Jack Leiter pitches a historic no-hitter, Vanderbilt clinches the series over South Carolina

Jack Leiter struck out 16 Gamecock batters en route to his complete-game no-hitter in the sophomore’s first-ever SEC start.


Jack Leiter in his complete-game no-hitter against South Carolina on March 20 2019. (Twitter/@VandyBoys)

Bobby Kent, Staff Writer

Jack. Leiter. That’s all that needs to be said about this one. 

Leiter pitched Vanderbilt’s first no-hitter since Kumar Rocker against the Duke Blue Devils in the 2019 College Baseball Super Regional. The no-hitter is also the fifth in program history, and first regular-season no-no since 1971.

Following a series opening win Friday night, second-ranked Vanderbilt Baseball continued Southeastern Conference (SEC) play Saturday morning at Hawkins Field against the No. 14 South Carolina Gamecocks in game two of the three-game series. Vanderbilt proved to be the better team on a special day of baseball, winning 5-0. 

Vanderbilt rolled out the second of its two-headed monster at the top of the rotation, with Leiter taking the mound for his fifth start of the season and first career SEC start. Like Rocker the night prior, Leiter dominated early and never looked back. Utilizing a mix of his trademark pace along with overpowering fastballs—most of which clocked in over 95 mph—Leiter registered nine strikeouts in his first four innings of work, including striking out the side in the second. 

In a historic performance, Leiter confused Gamecock hitters time and time again. He appeared to gain strength and confidence as the innings progressed, inducing weak contact and piling up strikeouts. The righty recorded 16 strikeouts over the course of nine no-hit innings. His only blemish on the day was a walk surrendered to the first batter of the game and his 120 pitches were the most of any start this season. 

Although his offspeed pitches weren’t locating as well as he liked in the early innings, he still managed to use the fastball to keep hitters off balance. 

“The offspeed pitch wasn’t there at the beginning. I couldn’t find a feel with the zone [in the beginning],” Leiter said. 

However, as the game went on, Corbin knew he wasn’t going to take Leiter out. 

“When he got into the eighth, we gave him a little bit of direction and he was attacking the zone,” Corbin said. 

Vanderbilt’s offense complemented the historic pitching with clutch runs when they were needed most. 

It was the Commodores that struck first to break the scoreless tie, setting the stage for Leiter’s dominance. In the top of the second, following a walk by CJ Rodriguez, Tate Kolywck sent a 2-0 pitch into the seats in left center for a home run for the first two Commodore runs of the game.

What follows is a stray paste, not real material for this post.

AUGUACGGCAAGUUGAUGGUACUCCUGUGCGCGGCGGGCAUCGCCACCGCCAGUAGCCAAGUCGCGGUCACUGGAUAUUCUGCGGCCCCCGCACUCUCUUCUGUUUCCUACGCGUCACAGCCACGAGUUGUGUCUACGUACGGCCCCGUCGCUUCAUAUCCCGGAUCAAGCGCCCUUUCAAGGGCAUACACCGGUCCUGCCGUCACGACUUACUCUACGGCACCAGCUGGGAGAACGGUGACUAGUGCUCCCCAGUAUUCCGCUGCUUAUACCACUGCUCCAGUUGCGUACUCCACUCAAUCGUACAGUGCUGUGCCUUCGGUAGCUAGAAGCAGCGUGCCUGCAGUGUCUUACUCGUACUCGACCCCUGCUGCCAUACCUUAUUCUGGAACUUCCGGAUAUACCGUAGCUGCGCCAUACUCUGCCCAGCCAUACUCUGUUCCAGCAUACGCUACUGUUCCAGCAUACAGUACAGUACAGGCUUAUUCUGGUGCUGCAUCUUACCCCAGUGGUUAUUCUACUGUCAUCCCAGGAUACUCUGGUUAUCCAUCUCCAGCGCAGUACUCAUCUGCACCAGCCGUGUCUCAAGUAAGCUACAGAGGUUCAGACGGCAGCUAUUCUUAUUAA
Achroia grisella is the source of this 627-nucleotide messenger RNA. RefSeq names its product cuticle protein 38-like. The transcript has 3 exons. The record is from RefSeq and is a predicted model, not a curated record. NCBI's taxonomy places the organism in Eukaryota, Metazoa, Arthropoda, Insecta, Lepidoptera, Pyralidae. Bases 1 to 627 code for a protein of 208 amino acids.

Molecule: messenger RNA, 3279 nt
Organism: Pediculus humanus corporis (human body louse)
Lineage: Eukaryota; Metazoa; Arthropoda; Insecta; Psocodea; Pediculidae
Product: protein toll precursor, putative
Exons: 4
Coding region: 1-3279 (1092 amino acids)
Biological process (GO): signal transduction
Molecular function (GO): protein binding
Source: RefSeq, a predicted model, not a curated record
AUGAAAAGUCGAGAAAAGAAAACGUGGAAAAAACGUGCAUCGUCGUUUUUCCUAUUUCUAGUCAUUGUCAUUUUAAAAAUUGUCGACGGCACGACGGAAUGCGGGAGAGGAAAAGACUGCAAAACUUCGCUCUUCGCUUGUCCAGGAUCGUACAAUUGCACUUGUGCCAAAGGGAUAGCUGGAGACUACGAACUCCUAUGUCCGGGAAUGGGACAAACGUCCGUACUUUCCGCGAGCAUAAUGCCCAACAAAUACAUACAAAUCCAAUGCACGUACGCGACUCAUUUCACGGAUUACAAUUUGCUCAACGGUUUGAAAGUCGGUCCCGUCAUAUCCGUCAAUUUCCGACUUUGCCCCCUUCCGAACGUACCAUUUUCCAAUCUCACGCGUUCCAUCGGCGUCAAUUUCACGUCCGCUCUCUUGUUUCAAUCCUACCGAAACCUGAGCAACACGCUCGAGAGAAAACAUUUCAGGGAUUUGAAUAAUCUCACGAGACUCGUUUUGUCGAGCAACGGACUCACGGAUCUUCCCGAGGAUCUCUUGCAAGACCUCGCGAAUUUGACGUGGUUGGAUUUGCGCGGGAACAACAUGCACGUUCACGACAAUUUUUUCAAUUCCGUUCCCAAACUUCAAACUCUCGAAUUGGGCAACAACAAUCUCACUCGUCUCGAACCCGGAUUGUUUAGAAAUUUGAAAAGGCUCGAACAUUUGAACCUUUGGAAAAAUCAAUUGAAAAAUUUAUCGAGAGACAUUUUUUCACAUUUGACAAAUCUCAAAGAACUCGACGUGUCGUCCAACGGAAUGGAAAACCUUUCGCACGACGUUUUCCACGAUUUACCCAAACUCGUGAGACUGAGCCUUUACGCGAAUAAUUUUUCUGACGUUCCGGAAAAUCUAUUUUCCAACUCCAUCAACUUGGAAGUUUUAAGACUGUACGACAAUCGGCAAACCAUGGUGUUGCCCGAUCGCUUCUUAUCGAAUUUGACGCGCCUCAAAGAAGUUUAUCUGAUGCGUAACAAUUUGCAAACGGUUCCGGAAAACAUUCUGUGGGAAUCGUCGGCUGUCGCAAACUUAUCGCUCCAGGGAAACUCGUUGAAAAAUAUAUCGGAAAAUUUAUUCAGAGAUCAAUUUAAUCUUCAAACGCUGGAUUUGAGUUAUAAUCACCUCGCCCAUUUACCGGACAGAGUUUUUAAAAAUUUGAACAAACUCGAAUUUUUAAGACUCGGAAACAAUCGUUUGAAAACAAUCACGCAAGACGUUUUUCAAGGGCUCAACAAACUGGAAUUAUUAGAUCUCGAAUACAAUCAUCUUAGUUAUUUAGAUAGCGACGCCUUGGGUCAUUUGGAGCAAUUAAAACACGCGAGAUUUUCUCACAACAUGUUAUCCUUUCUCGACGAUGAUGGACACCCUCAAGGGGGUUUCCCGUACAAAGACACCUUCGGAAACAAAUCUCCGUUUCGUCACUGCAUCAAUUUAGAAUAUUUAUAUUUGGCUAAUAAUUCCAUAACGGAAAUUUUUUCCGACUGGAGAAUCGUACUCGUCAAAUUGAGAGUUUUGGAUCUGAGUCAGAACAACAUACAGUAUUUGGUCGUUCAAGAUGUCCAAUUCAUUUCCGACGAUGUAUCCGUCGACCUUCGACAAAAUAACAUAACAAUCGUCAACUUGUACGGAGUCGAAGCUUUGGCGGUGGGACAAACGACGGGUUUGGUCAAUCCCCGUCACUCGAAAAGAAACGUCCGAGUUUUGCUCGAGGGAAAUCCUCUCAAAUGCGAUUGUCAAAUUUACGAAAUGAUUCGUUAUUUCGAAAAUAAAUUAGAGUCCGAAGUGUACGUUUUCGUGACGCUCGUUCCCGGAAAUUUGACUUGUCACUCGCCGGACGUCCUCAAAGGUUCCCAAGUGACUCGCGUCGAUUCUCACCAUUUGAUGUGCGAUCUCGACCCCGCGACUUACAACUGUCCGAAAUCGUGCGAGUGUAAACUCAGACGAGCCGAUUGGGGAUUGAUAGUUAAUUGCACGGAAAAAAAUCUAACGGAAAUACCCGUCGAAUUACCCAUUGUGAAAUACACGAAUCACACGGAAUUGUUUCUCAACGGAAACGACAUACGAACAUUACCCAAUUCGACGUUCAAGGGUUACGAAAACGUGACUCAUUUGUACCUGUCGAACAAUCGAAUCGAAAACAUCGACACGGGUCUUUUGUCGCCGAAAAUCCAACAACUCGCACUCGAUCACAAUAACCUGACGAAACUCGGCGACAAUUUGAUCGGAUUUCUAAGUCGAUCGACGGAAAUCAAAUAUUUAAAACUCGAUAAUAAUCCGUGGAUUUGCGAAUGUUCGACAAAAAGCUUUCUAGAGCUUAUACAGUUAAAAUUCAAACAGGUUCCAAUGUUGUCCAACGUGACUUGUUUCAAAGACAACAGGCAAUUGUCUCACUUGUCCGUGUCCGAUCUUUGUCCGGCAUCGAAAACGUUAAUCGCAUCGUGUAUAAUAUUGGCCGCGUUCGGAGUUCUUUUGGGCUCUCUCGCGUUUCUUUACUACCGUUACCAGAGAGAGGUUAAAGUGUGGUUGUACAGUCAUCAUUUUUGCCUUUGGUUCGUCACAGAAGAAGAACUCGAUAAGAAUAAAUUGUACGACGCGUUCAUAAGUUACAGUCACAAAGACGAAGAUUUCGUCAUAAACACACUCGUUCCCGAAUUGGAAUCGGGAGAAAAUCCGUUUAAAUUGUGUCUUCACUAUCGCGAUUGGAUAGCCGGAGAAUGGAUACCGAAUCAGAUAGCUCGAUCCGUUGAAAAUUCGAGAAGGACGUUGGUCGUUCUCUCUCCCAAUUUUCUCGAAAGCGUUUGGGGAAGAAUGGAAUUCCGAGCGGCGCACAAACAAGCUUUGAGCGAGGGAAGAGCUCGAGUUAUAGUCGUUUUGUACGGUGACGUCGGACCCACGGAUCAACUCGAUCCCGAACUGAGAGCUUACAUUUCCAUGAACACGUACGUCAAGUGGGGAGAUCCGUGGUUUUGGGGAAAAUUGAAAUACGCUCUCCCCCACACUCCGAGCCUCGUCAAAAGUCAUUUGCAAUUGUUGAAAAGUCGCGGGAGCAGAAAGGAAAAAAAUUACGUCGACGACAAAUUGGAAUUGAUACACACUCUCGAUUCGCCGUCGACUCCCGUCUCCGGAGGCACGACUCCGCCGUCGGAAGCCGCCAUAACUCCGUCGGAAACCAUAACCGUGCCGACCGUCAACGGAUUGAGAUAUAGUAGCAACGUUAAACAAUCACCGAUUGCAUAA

“Tate’s hit was big. You never know when you are going to get runs. South Carolina can really pitch. Hits in this series are very expensive. To get those two big knocks, you can never score enough runs against a good team like this,” Corbin said. 

Gamecock starter Brannon Jordan was almost as impressive, if not for the two runs allowed. He used a combination of off-speed pitches to fool Commodore hitters despite a high number of deep counts worked. He finished the game with a final line of five innings pitched, two earned runs and nine strikeouts on 98 pitches thrown. 

In the bottom of the fourth, Vanderbilt threatened to increase the lead after Isaiah Thomas smoked a liner off the left field wall but the Commodores could not capitalize. Despite walks to Rodriguez and Bradfield Jr. to load the bases, Jayson Gonzalez struck out swinging to end the inning. 

Later, Vanderbilt again faced an opportunity with two outs and could not bring the runners home. An Isaiah Thomas single to right field followed by a Bradfield Jr. double into left field moved runners to second and third. Unfortunately for the Commodores, Gonzalez grounded to shortstop to end the inning. 

Kolwyck added on two more insurance runs in the bottom of the eight, blasting another two-run homer into the left field seats. Bradfield Jr. then hit a sacrifice fly to bring in Thomas to give Vanderbilt its final run of the game. 

Despite the timely scoring, when looking back on this game, the historic pitching performance of Leiter will always be remembered. 

The VandyBoys win moved them to 15-2 on the year. They’ll face the Gamecocks in the final game of the series on Sunday, with first pitch scheduled for 1:00 p.m. CT.